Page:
“Those two things go hand in hand,” he said.

Photo: U.S. President Barack Obama speaks at a event to promote a new health care program by approving $215 million for a Precision Medicine Initiative designed to help doctors tailor treatments to the individual characteristics of their patients in the East Room of the White House Jan. 30, 2015 in Washington, D.C. (Olivier Douliery/Abaca Press/TNS)

‘The Shadow Of Crisis Has Passed,’ Obama Says In State Of The Union Speech

‘The Shadow Of Crisis Has Passed,’ Obama Says In State Of The Union Speech

By Kathleen Hennessey and Christi Parsons, Tribune Washington Bureau (TNS)

WASHINGTON — President Barack Obama called on Americans to “turn the page” in a State of the Union address Tuesday night that laid out a sprawling, post-recession domestic agenda aimed at leveling the economic playing field — and revitalizing his presidency in what he dubs its “last quarter.”

“America, for all that we’ve endured; for all the grit and hard work required to come back; for all the tasks that lie ahead, know this: The shadow of crisis has passed, and the state of the union is strong,” Obama said early in his address.

Obama’s speech included a proposal for free community college, expanded child care tax credits, a push for paid leave and a proposed tax increase on the wealthy to pay for programs the White House argues will help a battered middle class participate in the economic turnaround.

Obama spoke of “a breakthrough year for America,” a declaration of a new day that was a first for a president who has spent all of his time in office either slogging through grim economic news or pleading for patience for better times ahead.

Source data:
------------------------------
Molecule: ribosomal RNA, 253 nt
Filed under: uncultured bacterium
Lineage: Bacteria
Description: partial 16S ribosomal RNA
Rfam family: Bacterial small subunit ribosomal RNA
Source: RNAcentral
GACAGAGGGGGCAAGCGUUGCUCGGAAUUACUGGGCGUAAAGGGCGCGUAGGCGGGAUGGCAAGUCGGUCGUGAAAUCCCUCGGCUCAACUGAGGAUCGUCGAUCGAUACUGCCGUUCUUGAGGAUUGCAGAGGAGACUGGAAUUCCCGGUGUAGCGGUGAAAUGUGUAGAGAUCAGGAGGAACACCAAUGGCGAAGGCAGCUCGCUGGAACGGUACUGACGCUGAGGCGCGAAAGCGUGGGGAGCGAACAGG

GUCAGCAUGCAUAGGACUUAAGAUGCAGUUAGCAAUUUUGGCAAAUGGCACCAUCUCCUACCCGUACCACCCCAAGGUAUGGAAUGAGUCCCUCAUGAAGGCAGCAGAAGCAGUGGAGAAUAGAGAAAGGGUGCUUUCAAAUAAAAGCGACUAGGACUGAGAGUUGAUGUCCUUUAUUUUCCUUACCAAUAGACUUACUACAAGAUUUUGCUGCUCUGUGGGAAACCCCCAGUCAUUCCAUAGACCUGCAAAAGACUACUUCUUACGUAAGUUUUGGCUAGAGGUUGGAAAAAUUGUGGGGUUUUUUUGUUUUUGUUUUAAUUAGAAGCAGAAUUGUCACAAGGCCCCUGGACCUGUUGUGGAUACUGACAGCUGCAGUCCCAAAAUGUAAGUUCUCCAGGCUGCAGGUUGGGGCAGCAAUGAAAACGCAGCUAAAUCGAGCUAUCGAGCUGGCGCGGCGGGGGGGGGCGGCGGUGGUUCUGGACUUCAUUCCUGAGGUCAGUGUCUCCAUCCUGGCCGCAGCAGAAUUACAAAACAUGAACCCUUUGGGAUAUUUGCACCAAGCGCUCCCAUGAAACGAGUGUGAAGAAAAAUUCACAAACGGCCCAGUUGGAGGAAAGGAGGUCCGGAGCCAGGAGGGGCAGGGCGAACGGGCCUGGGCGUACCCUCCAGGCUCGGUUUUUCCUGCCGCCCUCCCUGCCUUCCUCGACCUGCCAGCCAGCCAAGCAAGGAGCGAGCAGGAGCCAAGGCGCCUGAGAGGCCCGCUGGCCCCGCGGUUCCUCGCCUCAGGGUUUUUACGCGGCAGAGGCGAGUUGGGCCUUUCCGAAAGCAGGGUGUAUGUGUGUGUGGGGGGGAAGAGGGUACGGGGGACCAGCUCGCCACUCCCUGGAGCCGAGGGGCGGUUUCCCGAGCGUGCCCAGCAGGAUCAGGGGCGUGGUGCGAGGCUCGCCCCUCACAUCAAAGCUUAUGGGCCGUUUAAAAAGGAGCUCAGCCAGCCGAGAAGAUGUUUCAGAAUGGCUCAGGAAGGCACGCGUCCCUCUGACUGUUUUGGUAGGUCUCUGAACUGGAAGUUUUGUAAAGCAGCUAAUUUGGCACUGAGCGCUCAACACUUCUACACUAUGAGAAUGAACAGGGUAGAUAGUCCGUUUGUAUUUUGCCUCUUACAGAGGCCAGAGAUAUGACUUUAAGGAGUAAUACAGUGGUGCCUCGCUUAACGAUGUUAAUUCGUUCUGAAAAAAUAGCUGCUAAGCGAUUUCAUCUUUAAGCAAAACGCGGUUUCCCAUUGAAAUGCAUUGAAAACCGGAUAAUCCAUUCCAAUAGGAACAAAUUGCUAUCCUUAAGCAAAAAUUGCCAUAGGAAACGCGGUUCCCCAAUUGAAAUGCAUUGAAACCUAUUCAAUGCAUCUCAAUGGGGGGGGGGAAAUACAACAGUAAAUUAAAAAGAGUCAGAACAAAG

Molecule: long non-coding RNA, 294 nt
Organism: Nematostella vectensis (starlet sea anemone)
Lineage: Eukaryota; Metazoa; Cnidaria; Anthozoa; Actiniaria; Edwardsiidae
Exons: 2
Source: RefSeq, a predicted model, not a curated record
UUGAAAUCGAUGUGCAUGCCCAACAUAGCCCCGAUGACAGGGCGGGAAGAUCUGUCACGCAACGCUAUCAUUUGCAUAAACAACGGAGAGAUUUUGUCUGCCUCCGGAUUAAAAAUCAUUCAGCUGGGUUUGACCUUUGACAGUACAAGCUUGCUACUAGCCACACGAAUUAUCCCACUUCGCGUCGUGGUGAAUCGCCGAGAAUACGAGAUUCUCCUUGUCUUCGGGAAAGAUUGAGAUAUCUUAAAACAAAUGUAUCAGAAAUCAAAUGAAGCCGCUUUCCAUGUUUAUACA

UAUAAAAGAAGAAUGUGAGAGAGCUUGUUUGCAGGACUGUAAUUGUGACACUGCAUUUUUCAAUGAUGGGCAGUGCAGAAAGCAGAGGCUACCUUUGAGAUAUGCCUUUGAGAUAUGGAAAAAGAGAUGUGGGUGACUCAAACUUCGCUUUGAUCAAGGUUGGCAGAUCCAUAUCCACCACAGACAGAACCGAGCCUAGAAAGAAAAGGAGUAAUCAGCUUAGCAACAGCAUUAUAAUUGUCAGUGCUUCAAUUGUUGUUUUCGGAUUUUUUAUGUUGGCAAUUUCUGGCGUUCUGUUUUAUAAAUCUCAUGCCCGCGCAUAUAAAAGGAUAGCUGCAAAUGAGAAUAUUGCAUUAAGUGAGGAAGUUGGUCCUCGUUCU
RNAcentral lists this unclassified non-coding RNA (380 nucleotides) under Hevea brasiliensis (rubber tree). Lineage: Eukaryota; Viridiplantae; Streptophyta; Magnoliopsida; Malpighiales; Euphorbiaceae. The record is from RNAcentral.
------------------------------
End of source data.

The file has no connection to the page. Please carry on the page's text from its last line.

His aim is to create a stark contrast to his political opponents, who in their rebuttal to Obama’s remarks will paint Americans as still rattled from the aftershocks of the Great Recession. Sen. Joni Ernst, a freshman Republican from Iowa, squarely blamed the president’s policies, including his landmark health care law.

“We see our neighbors agonize over stagnant wages and lost jobs. We see the hurt caused by canceled health care plans and higher monthly insurance bills,” she was to say in the Republican response, according to excerpts released in advance. “Americans have been hurting, but when we demanded solutions, too often Washington responded with the same stale mindset that led to failed policies like Obamacare. It’s a mindset that gave us political talking points, not serious solutions.”

Obama looked out on a House chamber filled with the first entirely GOP-controlled Congress in a decade and more Republican opponents than at any point in his time in office. Still, the president did not signal that he would come to the podium bearing offers of compromise and political centrism.

Buoyed by rising public approval and an improving economy, Obama is eager to use the moment to show the public — and Washington — he won’t go quietly, White House aides suggested.

He was expected to talk of policies aimed at challenging Republicans and trying to shape the debate for the final two years of his term, and likely the 2016 presidential race threatening to soon overshadow him.

White House advisers said he planned to propose a tax package that raises $320 billion in new revenue over a decade. It would increase the capital gains and dividends tax to 28 percent, close what the White House calls the “trust fund loophole” and impose a new fee on large financial firms.

The money would pay for a $60 billion plan that offers two years of free community college to some students. It would expand higher education tax credits, the child care tax credit and the Earned Income Tax Credit, which benefits lower-income workers.